It is no secret that video content has grown a lot in popularity.

People love watching videos! Whenever we watch a video, it can be easy to forget that someone filmed it. Shocking, I know.

With this rise in video content, you would think that freelance videography is a popular and well-known career choice within media. The truth, though, is that most people think of writing when they think of freelancing in the media space.

Yes, writing is a big part of the freelancing world, but it doesn't have a monopoly on the media. Videography earned its spot at the table.

Pause, because Alrika Möller from media update is unravelling freelance videographers' place in the media — scene by scene.

What does a freelance videographer do?

If you haven't figured it out just yet, a freelance videographer films footage for different projects and clients.

The process goes a little something like this

A client contacts the videographer asking them to film footage of a specific event. They stipulate what kind of footage they want and what they are planning to use it for.

The videographer shows up at the event with a lovely set of equipment and starts filming anything and everything the clients have asked them to film. Once the event is finished, they go home and look at the footage they have gathered.

Some freelance videographers then edit the footage according to the client's requests, while others just hand the footage over. It basically comes down to the services they provide and the requests of the client.

When all is finished, the clients pay them for the footage, and it is all done and dusted.

What do you need to be a freelance videographer?

This topic can lead to great debate as some people believe that talent and a good camera are all you need. There are those who believe that knowledge is power and equipment makes all the difference.

If you fall in the second group, then an education is for you. The most common education for a videographer is a film or art school with a focus on filming and camera work and editing, as some clients ask you to edit the footage as well.

A common move for videographers is to work as an assistant or apprentice for a well-established videographer and learn the tricks of the trade before you go out on your own.

Where do freelance videographers fit into the media space?

Freelance videographers can fall into a wide variety of categories, from wedding videography to filming corporate training videos and everything else in between. When it comes to the media space, however, there are a few specific standouts.

News videography

This one is a little self-explanatory. News stations and channels are not always able to get to every newsworthy event or get the footage they want and need. That is where freelance videography comes in.

If being a news videographer is your fancy, there are two main ways to go about it. In some cases, the news station contacts the videographer and asks them to film something specific for a segment in the news.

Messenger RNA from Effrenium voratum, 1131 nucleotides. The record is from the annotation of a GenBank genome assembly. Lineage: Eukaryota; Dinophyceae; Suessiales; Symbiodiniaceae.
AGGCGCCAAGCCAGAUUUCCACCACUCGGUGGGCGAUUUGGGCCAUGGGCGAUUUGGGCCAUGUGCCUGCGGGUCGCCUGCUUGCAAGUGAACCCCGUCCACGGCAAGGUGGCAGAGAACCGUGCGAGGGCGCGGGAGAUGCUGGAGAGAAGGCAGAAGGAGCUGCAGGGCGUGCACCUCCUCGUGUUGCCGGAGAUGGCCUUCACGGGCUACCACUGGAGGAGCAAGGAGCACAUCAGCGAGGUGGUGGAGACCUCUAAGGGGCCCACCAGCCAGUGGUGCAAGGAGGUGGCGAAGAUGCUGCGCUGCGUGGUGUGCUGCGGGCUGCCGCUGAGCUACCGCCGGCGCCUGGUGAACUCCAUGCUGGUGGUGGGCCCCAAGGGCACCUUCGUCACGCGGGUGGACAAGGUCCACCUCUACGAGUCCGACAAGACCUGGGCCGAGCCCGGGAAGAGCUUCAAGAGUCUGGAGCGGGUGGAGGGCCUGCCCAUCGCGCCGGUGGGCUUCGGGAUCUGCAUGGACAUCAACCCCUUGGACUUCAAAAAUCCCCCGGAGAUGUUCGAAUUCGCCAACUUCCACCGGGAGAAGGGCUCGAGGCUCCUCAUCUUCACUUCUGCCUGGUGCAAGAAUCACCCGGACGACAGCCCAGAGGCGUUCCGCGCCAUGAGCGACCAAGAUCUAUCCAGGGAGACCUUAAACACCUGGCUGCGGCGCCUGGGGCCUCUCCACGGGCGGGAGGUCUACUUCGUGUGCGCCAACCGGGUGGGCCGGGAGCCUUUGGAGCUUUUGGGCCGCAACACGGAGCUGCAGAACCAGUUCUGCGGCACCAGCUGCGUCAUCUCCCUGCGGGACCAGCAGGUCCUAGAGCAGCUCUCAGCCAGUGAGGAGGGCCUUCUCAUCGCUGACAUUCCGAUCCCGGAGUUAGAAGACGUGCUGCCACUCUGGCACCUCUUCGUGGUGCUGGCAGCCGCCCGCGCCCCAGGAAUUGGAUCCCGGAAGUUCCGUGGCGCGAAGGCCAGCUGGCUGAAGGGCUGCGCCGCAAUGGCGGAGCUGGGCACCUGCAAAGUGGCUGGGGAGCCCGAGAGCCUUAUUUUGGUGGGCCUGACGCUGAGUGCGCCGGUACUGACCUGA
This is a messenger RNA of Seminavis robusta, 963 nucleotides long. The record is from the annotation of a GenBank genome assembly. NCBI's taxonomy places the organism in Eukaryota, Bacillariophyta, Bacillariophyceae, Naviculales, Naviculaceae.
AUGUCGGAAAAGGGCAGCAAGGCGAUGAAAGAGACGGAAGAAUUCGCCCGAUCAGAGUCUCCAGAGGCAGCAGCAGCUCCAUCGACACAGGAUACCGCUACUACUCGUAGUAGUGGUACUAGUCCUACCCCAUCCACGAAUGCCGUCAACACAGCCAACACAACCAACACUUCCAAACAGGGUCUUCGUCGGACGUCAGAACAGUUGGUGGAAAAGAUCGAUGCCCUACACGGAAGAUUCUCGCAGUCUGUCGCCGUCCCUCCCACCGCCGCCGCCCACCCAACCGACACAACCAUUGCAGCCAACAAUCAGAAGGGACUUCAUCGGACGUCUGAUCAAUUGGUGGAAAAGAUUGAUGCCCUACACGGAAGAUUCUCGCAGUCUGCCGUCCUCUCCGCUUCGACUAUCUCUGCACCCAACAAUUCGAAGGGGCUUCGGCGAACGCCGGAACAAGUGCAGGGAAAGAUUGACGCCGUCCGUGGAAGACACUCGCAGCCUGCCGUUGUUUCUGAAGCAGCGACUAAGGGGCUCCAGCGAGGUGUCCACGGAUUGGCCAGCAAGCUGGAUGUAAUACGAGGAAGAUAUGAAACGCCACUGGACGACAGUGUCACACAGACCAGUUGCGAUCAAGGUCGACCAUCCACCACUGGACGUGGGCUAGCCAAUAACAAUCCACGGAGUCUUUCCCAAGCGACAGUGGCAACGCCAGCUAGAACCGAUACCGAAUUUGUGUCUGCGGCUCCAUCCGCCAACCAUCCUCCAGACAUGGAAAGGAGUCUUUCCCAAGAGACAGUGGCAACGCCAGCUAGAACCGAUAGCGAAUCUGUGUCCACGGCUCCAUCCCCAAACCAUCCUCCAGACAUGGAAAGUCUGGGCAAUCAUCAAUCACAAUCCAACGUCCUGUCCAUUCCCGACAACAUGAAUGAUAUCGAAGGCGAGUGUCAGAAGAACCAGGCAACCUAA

Another way to go about it is to keep your ear on the ground and yourself well informed so that you can go to the breaking news situations to film your footage. You can contact the news station or channel, offering them the footage at a fee.

Sports videography

As much as we wish it entails videography as a sport, it does not. Sports videography is the filming of sporting events and teams.

This could be anything from a World Cup Final to a team looking to get some behind-the-scenes practice videos.

Sports videographers can follow the same routes as news videographers by waiting for the call or making the calls.

The main clients for sports videographers are television programmes or Youtube and social media sports pages. In recent years, the concept of posting sports podcasts on Youtube has become quite popular, and these podcasters or shows sometimes need footage of the game to add context.

Sports teams themselves often hire videographers to film the athletes playing or training in order to use it for their websites or attract sponsors.

Events videography

Big events are inevitable. Concerts, festivals and expos happen all year round. These events can be a videographer's bread and butter as there are a wide range of clients looking for footage of such events.

The hosts and planners of the event often use the footage on their websites as a way to showcase their past work. They also use the event footage for social media pages and PR campaigns.

Another use for the videographer's footage is news channels and discussion pages. Whenever a big event happens, there is a chance that some news station or television programme wants to talk about it during a pop culture segment.

Videographers can purchase their own tickets and make their own opportunities by going to these events and filming everything they can to be used by whoever needs and wants it.

Otherwise, they go as a commissioned videographer and get their ticket provided by the client.

Corporate videography

Some companies have their own videography departments, depending on their needs and budget, but most companies don't require daily videography. Therefore, they make use of freelance videographers.

These videographers film anything from:
  • in-house training videos
  • product tutorials
  • company events
  • big announcements, to
  • charitable efforts.

Companies then use this footage as part of their website and social media or for marketing efforts and press releases.

When it comes to videography within the media world, the possibilities are endless.

Have you ever used a freelance videographer? Let us know in the comment section below.

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The media world is a vast space filled with a great deal of industries and opportunities. If you are looking for more insight into different aspects of the media, start off by checking out these Careers in radio.
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